Health effects of Mercury exposure can include:
- Nervous system disruption
- Functional brain damage
- DNA damage
- Chromosomal damage
- Allergic reactions (which lead to skin rashes, fatigue, and headaches)
- Negative reproductive effects, such as sperm damage, miscarriages, and birth defects
A 2010 Study in Canada showed that sweating, induced by exercise or sauna, released the highest concentrations of Mercury from participants.
BPA is Bisphenol A, and it is an industrial chemical used to make types of plastics and resins. It is commonly found in polycarbonate plastics and epoxy resins. Polycarbonate plastics are typically used in the kinds of containers that store food and beverages, most commonly water bottles. Epoxy resins coat the insides of metal products, including cans of food, bottle tops, and water supply lines.
Research suggests that BPA can seep from BPA made containers into the food or beverages they contain, which leads to human consumption. BPA can also be found in dental fillings and sealants, eyeglass lenses, DVDs, CDs, sports equipment, and other electronic products.
Health effects of BPA exposure can include:
- Fetal brain development
- Heart disease
- Reproductive disorders
BPA is particularly an endocrine disruptor that can imitate the body’s hormones and disrupt the production, secretion, transportation, action, function, and elimination of the body’s natural hormones. Infants and children are particularly sensitive to health problems with BPA.
A 2011 study suggested that sauna-induced sweating may be the most efficient method for eliminating BPA from the body. There is a higher concentration of BPA excreted from the body through sweat because BPA is stored in adipose tissue, and induced sweating in saunas mobilizes BPA in adipose tissue.
Phthalates are widely used industrial chemicals. They are used to make PVC plastic products, such as toys, medical devices, car interiors (the “new car” smell), deodorant, vinyl flooring, vinyl wallpaper, and shower curtains, more flexible or softer. They are also often added into personal care items and cosmetics, such as hair spray, nail polish, perfume, shampoo, aftershave, and scented lotion.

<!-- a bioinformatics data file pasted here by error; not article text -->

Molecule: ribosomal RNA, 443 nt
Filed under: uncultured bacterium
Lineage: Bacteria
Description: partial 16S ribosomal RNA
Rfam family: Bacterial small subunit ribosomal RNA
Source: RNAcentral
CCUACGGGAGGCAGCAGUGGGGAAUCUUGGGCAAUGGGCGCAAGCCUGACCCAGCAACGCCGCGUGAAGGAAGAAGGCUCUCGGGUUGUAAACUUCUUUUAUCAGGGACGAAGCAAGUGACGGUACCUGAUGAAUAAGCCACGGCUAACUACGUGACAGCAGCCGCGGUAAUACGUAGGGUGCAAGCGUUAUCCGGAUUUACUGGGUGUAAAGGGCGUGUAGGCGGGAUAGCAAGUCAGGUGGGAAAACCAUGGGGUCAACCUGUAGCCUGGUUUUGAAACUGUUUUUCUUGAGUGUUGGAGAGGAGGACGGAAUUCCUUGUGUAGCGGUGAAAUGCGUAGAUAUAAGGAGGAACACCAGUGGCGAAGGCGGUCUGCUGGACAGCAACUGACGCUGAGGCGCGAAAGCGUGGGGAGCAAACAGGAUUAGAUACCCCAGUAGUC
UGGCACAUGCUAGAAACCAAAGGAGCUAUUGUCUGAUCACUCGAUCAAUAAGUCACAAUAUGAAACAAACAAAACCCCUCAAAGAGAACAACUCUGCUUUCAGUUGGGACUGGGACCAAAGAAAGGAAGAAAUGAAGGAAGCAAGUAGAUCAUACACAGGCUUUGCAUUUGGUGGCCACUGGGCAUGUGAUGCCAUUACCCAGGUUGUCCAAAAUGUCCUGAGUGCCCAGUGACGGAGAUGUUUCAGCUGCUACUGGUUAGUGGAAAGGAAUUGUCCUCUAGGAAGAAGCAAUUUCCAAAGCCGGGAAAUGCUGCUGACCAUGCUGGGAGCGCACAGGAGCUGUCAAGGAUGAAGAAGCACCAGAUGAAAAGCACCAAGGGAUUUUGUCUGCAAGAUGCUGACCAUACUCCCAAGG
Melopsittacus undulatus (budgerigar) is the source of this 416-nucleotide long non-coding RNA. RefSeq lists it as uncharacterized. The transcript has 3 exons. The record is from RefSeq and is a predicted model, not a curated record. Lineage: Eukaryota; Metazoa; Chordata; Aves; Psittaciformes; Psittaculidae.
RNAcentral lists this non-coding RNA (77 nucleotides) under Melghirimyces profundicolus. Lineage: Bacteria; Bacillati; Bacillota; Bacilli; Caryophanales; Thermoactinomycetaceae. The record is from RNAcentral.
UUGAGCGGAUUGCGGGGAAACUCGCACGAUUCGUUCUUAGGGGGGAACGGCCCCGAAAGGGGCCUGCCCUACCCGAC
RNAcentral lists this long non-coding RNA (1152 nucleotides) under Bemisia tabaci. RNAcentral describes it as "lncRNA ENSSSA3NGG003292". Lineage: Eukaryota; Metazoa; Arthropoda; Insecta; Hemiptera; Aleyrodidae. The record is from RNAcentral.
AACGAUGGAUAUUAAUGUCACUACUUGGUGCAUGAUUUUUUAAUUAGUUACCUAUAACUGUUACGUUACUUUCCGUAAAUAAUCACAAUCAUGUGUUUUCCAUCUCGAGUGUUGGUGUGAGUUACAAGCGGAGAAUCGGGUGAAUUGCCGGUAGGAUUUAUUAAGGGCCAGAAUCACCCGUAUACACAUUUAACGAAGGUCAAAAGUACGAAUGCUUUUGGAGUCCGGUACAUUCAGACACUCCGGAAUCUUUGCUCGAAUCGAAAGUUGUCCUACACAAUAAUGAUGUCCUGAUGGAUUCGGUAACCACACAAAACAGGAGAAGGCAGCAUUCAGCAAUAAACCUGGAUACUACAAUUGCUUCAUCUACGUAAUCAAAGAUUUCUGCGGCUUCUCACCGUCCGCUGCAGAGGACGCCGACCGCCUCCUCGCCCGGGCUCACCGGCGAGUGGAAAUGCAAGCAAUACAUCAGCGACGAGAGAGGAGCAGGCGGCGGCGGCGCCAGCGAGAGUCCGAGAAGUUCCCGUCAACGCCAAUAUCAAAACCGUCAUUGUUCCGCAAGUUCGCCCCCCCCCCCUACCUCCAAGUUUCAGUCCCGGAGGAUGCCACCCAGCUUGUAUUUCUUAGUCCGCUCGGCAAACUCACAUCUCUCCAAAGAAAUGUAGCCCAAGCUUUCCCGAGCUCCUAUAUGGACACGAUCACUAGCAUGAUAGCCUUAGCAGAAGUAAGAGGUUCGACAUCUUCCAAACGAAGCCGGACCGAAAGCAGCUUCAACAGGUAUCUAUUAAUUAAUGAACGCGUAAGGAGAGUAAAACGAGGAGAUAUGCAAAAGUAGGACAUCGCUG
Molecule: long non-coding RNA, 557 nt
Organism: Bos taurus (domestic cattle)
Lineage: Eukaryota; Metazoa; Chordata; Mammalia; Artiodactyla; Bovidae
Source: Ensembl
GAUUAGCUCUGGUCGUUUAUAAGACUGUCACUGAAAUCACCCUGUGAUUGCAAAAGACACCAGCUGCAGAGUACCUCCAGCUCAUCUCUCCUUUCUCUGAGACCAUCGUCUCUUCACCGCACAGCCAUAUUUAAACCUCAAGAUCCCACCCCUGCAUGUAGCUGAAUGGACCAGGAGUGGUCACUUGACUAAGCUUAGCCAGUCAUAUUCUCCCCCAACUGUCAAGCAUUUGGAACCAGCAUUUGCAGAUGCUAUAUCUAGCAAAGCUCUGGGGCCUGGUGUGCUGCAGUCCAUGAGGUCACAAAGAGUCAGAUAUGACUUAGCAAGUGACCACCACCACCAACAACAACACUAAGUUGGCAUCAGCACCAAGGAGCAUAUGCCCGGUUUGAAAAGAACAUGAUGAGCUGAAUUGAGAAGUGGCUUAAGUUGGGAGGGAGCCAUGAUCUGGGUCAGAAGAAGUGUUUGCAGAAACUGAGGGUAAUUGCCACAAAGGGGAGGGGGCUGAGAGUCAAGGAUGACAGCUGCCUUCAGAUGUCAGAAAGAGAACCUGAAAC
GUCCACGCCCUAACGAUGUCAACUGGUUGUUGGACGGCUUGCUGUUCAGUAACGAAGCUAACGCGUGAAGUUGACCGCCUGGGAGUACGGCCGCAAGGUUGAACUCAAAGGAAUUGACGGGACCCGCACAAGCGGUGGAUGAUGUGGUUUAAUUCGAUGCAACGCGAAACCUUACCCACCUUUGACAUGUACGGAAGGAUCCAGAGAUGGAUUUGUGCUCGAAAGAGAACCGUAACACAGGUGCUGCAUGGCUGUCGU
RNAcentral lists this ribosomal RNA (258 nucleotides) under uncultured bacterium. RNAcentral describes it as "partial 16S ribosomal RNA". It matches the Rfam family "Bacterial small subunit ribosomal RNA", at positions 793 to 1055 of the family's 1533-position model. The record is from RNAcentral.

Phthalates also are found in food, such as dairy products and meat, and water. Tap water can be tainted with industrial waste, and fruit and vegetables can also be harmed with pesticide spray.
Health effects of Phthalates exposure can include:
- Diminished female fertility
- Premature breast development
- Liver damage
- Kidney damage
Phthalates can interfere with reproductive health, even more so in males. They can reduce testosterone levels and important growth factors. Exposure to Phthalates is also linked to decreased sperm count, decreased sperm motility, and sperm damage.
Sweat out the toxins with a sauna
With so many toxic sources in our products and environment, it can be difficult to avoid these health-damaging toxins. Sauna therapy is a great, well studied, and time-tested means of stimulating sweat to eliminate and prevent the accumulation of toxins in the body. Sauna use can generally be tolerated by people of all ages, though children, the elderly, and anyone with a compromised health situation may first seek medical recommendation and/or supervision.
Although saunas can help the body sweat without engaging in exercise, healthy persons can induce sweating even further by exercising prior to sauna use, or by exercising within short range of a near infrared sauna lamp. This double engagement in sweat stimulation can help the body sweat out toxins even faster.
The inclusion of negative ions in the sauna will further optimize the body’s sweat production. Studies show that a person's sweat volume doubles during a sauna session while inhaling at least 20,000 ions per cubic centimeter.
Nobody is immune from toxic exposure, which can have damaging health effects. Anyone adverse to exercise should consider integrating sauna therapy as an effective and proven means to induce sweat and eliminate toxins.